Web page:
As I continue to read through Robert Greene’s book Mastery, I have also learned that some of the deviations have a way of better preparing us in pursuit of our quest. As I look back on my own pursuit, I realize that some of those deviations have helped mold me into who I am today. They have made me stronger and better prepared for tomorrow. Perhaps my timeline isn’t what I hoped it would be, but how many people’s timelines match up with their projections? I have to keep the faith and continue the next leg of the journey.

“It’s what you have always wanted to accomplish. Everyone, when they are young, knows what their Personal Legend is.

“At that point in their lives, everything is clear and everything is possible. They are not afraid to dream, and to yearn for everything they would like to see happen in their lives. But, as time passes, a mysterious force begins to convince them that it will be impossible for them to realize their Personal Legend.” -said the Old Man to Santiago

To stay stuck in the deviation, is to continue being who we were. We have to get past this and not allow ourselves to hold us back. We have to take all our experiences, all our learning, and become the masters of our own Personal Legends.

Rekindle the Spark That Leads to Mastery

This week I started reading the book Mastery by Robert Greene.

What does it take to become a master? Well for starters, it starts at childhood. It starts with passion for doing something that you really enjoy doing. Children have a natural inclination to do what they like to do. Unfortunately as adults, we like to coerce them into doing the things they “ought” to do instead. We do it because we want what is best for them. We figure that conformity is best. As a result, we take them away from the things they enjoy doing and give them other tasks for their own good.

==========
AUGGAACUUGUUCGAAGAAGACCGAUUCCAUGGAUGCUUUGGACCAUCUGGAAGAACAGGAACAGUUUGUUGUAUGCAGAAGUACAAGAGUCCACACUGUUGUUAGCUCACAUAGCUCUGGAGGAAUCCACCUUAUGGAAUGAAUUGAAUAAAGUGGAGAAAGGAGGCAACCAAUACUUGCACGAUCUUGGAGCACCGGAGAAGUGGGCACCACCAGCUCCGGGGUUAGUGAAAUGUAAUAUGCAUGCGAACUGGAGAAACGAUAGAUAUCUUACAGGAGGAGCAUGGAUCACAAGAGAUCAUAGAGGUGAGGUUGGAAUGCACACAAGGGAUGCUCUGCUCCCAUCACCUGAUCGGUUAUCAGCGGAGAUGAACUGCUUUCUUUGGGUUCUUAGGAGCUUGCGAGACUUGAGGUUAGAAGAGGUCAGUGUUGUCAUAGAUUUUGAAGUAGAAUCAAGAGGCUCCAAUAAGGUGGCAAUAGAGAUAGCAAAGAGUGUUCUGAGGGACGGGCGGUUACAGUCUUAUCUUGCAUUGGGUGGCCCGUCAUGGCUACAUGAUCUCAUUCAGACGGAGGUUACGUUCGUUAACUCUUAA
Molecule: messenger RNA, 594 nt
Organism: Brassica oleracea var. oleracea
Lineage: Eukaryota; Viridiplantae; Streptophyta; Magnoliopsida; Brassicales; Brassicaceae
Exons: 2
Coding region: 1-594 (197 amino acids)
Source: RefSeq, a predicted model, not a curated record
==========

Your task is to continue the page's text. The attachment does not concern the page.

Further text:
To be a master, you have to reconnect with that love for doing something, like you once did as a child. You have to find your passion in a field and go after it with all the passion of a religious zealot. It is more difficult as an adult. But even as adults, we still have the ability to hearken back to those days of old when wonder sparked within us a desire to know more. We have the ability to rekindle that fire and begin again.

As a father, I have to remember to encourage this with my son. As a somewhat responsible adult, I have become enamored with responsibility, duty, and what ought to be done. And though I like that structure and feel free working within those boundaries, I want him to find his own discipline while at the same time pursuing his passions. It is a balance I am hoping to find not only with my son but with myself.